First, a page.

Ariel Bloom's mother taught her how to sew at the age of eight and she never stopped. During the thirty plus years living in San Francisco, Ariel has made dolls and costumes for animated puppets, sets and costumes for theater and dance, duvet covers and slip covers, quilts and framed fiber wall pieces, and most notably, one-of-a-kind and limited edition clothing.
It was while working as in-house designer for the legendary wearable art gallery, Obiko, that her love for textiles from around the world was nurtured. Inspired by, among others, Korean wrapper cloths with their geometric piecing, and the ragged edged patchwork and hand stitching of Japanese Boro, her work is imbued with the essence of the antique textiles that move her so profoundly.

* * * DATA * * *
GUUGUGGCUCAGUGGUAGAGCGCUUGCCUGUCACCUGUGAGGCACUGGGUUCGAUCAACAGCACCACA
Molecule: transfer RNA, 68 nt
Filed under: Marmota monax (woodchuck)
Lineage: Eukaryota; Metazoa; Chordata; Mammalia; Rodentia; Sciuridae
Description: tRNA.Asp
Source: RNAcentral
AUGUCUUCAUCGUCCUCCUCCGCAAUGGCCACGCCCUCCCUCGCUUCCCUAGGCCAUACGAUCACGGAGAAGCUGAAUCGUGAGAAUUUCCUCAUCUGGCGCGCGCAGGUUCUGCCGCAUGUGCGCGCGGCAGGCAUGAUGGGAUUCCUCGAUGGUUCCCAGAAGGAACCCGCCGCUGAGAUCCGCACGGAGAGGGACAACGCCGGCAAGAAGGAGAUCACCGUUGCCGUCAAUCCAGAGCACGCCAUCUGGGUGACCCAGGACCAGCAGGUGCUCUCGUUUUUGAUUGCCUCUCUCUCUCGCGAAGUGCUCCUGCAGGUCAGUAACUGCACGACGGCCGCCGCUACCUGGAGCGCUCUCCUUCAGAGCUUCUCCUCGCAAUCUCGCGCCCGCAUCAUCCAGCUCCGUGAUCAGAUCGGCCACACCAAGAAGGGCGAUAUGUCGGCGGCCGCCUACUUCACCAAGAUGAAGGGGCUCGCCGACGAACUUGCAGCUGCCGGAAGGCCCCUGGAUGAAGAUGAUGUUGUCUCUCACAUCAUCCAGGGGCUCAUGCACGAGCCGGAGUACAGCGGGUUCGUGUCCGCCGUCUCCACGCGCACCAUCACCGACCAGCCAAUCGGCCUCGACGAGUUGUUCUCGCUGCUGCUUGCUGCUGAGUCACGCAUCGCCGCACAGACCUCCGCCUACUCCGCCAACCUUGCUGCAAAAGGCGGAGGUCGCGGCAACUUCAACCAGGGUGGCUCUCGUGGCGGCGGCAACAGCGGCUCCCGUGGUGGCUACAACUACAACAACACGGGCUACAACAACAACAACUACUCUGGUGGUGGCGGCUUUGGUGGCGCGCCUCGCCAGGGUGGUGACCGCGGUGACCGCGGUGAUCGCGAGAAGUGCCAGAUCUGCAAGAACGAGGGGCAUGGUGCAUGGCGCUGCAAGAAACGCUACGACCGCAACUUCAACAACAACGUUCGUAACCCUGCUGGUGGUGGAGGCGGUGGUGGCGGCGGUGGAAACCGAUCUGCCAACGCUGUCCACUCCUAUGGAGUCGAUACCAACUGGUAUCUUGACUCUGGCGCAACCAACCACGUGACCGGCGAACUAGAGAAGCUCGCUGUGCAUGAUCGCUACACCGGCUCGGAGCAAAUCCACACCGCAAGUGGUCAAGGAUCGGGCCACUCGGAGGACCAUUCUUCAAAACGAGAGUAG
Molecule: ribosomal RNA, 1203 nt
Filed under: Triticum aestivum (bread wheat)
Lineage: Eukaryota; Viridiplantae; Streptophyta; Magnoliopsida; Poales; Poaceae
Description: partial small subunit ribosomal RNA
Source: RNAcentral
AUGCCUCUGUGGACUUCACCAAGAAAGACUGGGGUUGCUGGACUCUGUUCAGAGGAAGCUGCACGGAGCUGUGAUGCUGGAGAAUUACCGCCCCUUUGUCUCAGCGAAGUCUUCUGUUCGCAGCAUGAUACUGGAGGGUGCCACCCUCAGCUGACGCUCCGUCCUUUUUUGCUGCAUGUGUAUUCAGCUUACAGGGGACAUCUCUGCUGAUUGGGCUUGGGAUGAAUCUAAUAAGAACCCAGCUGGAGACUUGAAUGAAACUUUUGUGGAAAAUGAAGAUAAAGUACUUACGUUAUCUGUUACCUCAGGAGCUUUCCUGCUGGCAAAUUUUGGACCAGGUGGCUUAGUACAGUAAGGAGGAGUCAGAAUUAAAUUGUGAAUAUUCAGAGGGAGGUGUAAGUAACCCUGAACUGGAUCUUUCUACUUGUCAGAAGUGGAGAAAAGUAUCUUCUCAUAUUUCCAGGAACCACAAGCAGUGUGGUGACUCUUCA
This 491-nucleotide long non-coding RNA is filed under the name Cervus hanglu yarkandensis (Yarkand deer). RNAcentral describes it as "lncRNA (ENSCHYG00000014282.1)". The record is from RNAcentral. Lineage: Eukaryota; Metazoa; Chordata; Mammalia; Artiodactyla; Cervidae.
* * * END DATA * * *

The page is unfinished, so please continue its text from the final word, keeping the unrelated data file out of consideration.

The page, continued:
In the realm of Wearable Art, Ariel has always had an eye for the artful and a devotion for the wearable. She creates for the woman who is not concerned with trends, a woman with a strong sense of personal style. Her clothes are comfortable, unstructured, architectural, flattering but not fitted, and, always, always, with at least one pocket.
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